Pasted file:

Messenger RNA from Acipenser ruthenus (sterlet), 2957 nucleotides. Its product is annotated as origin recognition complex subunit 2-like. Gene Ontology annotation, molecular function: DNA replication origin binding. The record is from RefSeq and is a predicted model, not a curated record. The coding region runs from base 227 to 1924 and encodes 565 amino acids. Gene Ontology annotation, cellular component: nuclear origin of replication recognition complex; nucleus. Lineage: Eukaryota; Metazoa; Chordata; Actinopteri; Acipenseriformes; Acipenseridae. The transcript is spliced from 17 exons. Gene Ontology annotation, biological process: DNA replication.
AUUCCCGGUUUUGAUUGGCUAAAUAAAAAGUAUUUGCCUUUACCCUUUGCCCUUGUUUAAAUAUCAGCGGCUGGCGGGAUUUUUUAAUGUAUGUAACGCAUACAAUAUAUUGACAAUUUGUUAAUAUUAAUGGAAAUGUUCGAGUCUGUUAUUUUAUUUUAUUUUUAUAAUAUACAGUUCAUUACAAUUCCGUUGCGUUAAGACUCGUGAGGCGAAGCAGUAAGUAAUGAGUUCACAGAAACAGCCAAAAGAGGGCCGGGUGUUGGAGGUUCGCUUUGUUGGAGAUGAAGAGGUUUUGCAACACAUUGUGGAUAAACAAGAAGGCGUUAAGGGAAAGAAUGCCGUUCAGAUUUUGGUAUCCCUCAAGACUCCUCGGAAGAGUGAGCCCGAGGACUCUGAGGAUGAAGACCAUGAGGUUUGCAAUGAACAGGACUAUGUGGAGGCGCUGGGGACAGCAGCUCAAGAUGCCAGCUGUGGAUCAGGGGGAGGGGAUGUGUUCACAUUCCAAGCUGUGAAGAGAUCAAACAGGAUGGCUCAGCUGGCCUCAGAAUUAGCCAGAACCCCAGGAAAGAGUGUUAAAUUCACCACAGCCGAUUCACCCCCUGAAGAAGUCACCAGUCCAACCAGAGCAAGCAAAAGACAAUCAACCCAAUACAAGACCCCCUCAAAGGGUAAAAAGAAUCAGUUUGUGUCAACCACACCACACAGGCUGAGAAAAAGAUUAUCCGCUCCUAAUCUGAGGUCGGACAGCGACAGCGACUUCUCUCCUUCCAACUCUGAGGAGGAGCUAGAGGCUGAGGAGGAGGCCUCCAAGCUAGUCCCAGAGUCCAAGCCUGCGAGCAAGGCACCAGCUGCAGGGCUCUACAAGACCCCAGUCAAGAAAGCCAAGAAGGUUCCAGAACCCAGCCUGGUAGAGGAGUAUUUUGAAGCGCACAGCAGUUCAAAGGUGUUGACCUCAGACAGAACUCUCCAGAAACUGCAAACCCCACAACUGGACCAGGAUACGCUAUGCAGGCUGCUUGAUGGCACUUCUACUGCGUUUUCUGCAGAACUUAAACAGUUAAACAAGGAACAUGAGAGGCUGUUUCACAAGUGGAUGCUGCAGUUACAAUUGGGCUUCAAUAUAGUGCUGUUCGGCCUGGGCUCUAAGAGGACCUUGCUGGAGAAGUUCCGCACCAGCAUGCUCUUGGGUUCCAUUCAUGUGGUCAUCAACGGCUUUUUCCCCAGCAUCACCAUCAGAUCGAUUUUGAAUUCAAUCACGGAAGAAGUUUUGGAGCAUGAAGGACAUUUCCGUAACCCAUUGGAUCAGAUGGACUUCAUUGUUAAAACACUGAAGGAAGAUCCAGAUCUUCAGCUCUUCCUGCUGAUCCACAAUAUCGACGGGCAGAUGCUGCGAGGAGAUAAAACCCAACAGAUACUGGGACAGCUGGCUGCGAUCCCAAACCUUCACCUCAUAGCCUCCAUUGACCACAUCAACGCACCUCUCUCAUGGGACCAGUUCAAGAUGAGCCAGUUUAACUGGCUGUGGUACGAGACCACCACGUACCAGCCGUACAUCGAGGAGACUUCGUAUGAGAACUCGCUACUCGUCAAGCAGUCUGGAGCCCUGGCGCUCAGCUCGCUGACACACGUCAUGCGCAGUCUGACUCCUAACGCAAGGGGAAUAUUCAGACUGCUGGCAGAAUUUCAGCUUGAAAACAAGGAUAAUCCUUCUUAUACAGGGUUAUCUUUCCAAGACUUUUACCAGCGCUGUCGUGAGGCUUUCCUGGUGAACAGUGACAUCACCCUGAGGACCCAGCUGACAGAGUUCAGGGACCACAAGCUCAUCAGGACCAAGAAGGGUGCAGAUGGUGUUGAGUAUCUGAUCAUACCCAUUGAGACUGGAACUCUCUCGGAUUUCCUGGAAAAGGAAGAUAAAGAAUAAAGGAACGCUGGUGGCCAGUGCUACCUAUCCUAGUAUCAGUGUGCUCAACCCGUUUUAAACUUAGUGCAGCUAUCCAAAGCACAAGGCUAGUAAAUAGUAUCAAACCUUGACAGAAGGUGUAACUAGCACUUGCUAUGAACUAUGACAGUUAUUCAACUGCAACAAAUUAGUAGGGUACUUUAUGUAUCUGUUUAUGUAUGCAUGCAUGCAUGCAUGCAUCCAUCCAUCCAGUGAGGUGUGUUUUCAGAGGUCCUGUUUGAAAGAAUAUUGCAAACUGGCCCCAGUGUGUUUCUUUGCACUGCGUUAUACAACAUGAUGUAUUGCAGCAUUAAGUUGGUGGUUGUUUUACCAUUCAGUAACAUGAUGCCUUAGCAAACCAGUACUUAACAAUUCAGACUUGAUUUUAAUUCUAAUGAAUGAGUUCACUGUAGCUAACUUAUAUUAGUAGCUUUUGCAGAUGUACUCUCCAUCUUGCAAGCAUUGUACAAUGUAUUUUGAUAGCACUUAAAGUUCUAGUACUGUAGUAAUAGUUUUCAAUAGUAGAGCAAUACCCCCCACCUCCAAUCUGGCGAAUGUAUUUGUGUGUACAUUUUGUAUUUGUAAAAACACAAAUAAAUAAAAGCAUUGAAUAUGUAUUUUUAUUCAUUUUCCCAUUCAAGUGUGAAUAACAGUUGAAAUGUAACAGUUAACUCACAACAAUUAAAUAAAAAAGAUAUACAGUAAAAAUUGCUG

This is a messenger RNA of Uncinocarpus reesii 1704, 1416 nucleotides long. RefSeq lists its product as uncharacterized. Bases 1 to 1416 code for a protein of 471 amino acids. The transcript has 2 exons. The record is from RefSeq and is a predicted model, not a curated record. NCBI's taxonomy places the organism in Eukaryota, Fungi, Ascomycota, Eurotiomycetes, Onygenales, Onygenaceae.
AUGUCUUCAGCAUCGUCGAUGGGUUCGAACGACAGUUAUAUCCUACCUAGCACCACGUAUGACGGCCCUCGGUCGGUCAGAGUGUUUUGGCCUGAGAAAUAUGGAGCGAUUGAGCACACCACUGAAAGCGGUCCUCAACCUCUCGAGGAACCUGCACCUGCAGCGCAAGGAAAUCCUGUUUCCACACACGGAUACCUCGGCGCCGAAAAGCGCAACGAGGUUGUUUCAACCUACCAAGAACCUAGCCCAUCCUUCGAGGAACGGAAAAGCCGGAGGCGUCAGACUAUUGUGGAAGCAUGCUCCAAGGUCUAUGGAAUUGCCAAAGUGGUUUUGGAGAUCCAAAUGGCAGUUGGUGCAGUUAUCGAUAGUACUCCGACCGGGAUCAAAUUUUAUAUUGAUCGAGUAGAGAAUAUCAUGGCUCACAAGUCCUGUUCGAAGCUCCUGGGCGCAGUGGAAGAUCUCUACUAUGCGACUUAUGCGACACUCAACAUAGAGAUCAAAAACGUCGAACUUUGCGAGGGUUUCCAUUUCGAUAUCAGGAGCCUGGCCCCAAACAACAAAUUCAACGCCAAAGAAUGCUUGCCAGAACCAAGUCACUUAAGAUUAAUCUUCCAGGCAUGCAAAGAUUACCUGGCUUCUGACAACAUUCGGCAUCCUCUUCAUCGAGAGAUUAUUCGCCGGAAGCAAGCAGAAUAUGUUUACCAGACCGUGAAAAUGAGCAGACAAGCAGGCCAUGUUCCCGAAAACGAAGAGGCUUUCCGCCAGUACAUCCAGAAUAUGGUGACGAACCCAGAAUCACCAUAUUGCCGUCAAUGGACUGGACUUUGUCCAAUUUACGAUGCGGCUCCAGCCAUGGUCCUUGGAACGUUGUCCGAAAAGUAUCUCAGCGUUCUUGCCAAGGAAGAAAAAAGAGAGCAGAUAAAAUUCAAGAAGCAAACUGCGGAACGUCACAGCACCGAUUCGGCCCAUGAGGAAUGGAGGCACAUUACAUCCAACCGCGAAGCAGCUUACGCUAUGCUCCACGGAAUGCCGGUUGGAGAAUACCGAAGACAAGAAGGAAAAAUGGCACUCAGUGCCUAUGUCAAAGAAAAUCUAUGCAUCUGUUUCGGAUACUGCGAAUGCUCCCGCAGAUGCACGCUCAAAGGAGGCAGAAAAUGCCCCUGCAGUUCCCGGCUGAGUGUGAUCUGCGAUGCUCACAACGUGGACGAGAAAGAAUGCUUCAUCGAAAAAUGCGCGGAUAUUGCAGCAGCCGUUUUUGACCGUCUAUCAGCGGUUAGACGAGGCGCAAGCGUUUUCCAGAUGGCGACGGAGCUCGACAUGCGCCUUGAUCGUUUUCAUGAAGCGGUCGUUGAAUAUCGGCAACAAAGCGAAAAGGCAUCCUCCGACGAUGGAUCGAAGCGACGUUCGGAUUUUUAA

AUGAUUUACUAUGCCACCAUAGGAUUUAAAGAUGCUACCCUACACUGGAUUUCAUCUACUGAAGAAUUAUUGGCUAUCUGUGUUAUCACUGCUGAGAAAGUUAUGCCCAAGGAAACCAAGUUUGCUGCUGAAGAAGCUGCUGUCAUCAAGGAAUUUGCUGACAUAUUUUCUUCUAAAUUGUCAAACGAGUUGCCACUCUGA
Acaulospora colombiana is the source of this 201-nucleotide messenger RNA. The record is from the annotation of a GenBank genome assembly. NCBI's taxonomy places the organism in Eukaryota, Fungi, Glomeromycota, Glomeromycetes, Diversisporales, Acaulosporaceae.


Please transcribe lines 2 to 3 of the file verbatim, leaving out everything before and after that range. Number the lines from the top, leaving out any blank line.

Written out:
AUUCCCGGUUUUGAUUGGCUAAAUAAAAAGUAUUUGCCUUUACCCUUUGCCCUUGUUUAAAUAUCAGCGGCUGGCGGGAUUUUUUAAUGUAUGUAACGCAUACAAUAUAUUGACAAUUUGUUAAUAUUAAUGGAAAUGUUCGAGUCUGUUAUUUUAUUUUAUUUUUAUAAUAUACAGUUCAUUACAAUUCCGUUGCGUUAAGACUCGUGAGGCGAAGCAGUAAGUAAUGAGUUCACAGAAACAGCCAAAAGAGGGCCGGGUGUUGGAGGUUCGCUUUGUUGGAGAUGAAGAGGUUUUGCAACACAUUGUGGAUAAACAAGAAGGCGUUAAGGGAAAGAAUGCCGUUCAGAUUUUGGUAUCCCUCAAGACUCCUCGGAAGAGUGAGCCCGAGGACUCUGAGGAUGAAGACCAUGAGGUUUGCAAUGAACAGGACUAUGUGGAGGCGCUGGGGACAGCAGCUCAAGAUGCCAGCUGUGGAUCAGGGGGAGGGGAUGUGUUCACAUUCCAAGCUGUGAAGAGAUCAAACAGGAUGGCUCAGCUGGCCUCAGAAUUAGCCAGAACCCCAGGAAAGAGUGUUAAAUUCACCACAGCCGAUUCACCCCCUGAAGAAGUCACCAGUCCAACCAGAGCAAGCAAAAGACAAUCAACCCAAUACAAGACCCCCUCAAAGGGUAAAAAGAAUCAGUUUGUGUCAACCACACCACACAGGCUGAGAAAAAGAUUAUCCGCUCCUAAUCUGAGGUCGGACAGCGACAGCGACUUCUCUCCUUCCAACUCUGAGGAGGAGCUAGAGGCUGAGGAGGAGGCCUCCAAGCUAGUCCCAGAGUCCAAGCCUGCGAGCAAGGCACCAGCUGCAGGGCUCUACAAGACCCCAGUCAAGAAAGCCAAGAAGGUUCCAGAACCCAGCCUGGUAGAGGAGUAUUUUGAAGCGCACAGCAGUUCAAAGGUGUUGACCUCAGACAGAACUCUCCAGAAACUGCAAACCCCACAACUGGACCAGGAUACGCUAUGCAGGCUGCUUGAUGGCACUUCUACUGCGUUUUCUGCAGAACUUAAACAGUUAAACAAGGAACAUGAGAGGCUGUUUCACAAGUGGAUGCUGCAGUUACAAUUGGGCUUCAAUAUAGUGCUGUUCGGCCUGGGCUCUAAGAGGACCUUGCUGGAGAAGUUCCGCACCAGCAUGCUCUUGGGUUCCAUUCAUGUGGUCAUCAACGGCUUUUUCCCCAGCAUCACCAUCAGAUCGAUUUUGAAUUCAAUCACGGAAGAAGUUUUGGAGCAUGAAGGACAUUUCCGUAACCCAUUGGAUCAGAUGGACUUCAUUGUUAAAACACUGAAGGAAGAUCCAGAUCUUCAGCUCUUCCUGCUGAUCCACAAUAUCGACGGGCAGAUGCUGCGAGGAGAUAAAACCCAACAGAUACUGGGACAGCUGGCUGCGAUCCCAAACCUUCACCUCAUAGCCUCCAUUGACCACAUCAACGCACCUCUCUCAUGGGACCAGUUCAAGAUGAGCCAGUUUAACUGGCUGUGGUACGAGACCACCACGUACCAGCCGUACAUCGAGGAGACUUCGUAUGAGAACUCGCUACUCGUCAAGCAGUCUGGAGCCCUGGCGCUCAGCUCGCUGACACACGUCAUGCGCAGUCUGACUCCUAACGCAAGGGGAAUAUUCAGACUGCUGGCAGAAUUUCAGCUUGAAAACAAGGAUAAUCCUUCUUAUACAGGGUUAUCUUUCCAAGACUUUUACCAGCGCUGUCGUGAGGCUUUCCUGGUGAACAGUGACAUCACCCUGAGGACCCAGCUGACAGAGUUCAGGGACCACAAGCUCAUCAGGACCAAGAAGGGUGCAGAUGGUGUUGAGUAUCUGAUCAUACCCAUUGAGACUGGAACUCUCUCGGAUUUCCUGGAAAAGGAAGAUAAAGAAUAAAGGAACGCUGGUGGCCAGUGCUACCUAUCCUAGUAUCAGUGUGCUCAACCCGUUUUAAACUUAGUGCAGCUAUCCAAAGCACAAGGCUAGUAAAUAGUAUCAAACCUUGACAGAAGGUGUAACUAGCACUUGCUAUGAACUAUGACAGUUAUUCAACUGCAACAAAUUAGUAGGGUACUUUAUGUAUCUGUUUAUGUAUGCAUGCAUGCAUGCAUGCAUCCAUCCAUCCAGUGAGGUGUGUUUUCAGAGGUCCUGUUUGAAAGAAUAUUGCAAACUGGCCCCAGUGUGUUUCUUUGCACUGCGUUAUACAACAUGAUGUAUUGCAGCAUUAAGUUGGUGGUUGUUUUACCAUUCAGUAACAUGAUGCCUUAGCAAACCAGUACUUAACAAUUCAGACUUGAUUUUAAUUCUAAUGAAUGAGUUCACUGUAGCUAACUUAUAUUAGUAGCUUUUGCAGAUGUACUCUCCAUCUUGCAAGCAUUGUACAAUGUAUUUUGAUAGCACUUAAAGUUCUAGUACUGUAGUAAUAGUUUUCAAUAGUAGAGCAAUACCCCCCACCUCCAAUCUGGCGAAUGUAUUUGUGUGUACAUUUUGUAUUUGUAAAAACACAAAUAAAUAAAAGCAUUGAAUAUGUAUUUUUAUUCAUUUUCCCAUUCAAGUGUGAAUAACAGUUGAAAUGUAACAGUUAACUCACAACAAUUAAAUAAAAAAGAUAUACAGUAAAAAUUGCUG

This is a messenger RNA of Uncinocarpus reesii 1704, 1416 nucleotides long. RefSeq lists its product as uncharacterized. Bases 1 to 1416 code for a protein of 471 amino acids. The transcript has 2 exons. The record is from RefSeq and is a predicted model, not a curated record. NCBI's taxonomy places the organism in Eukaryota, Fungi, Ascomycota, Eurotiomycetes, Onygenales, Onygenaceae.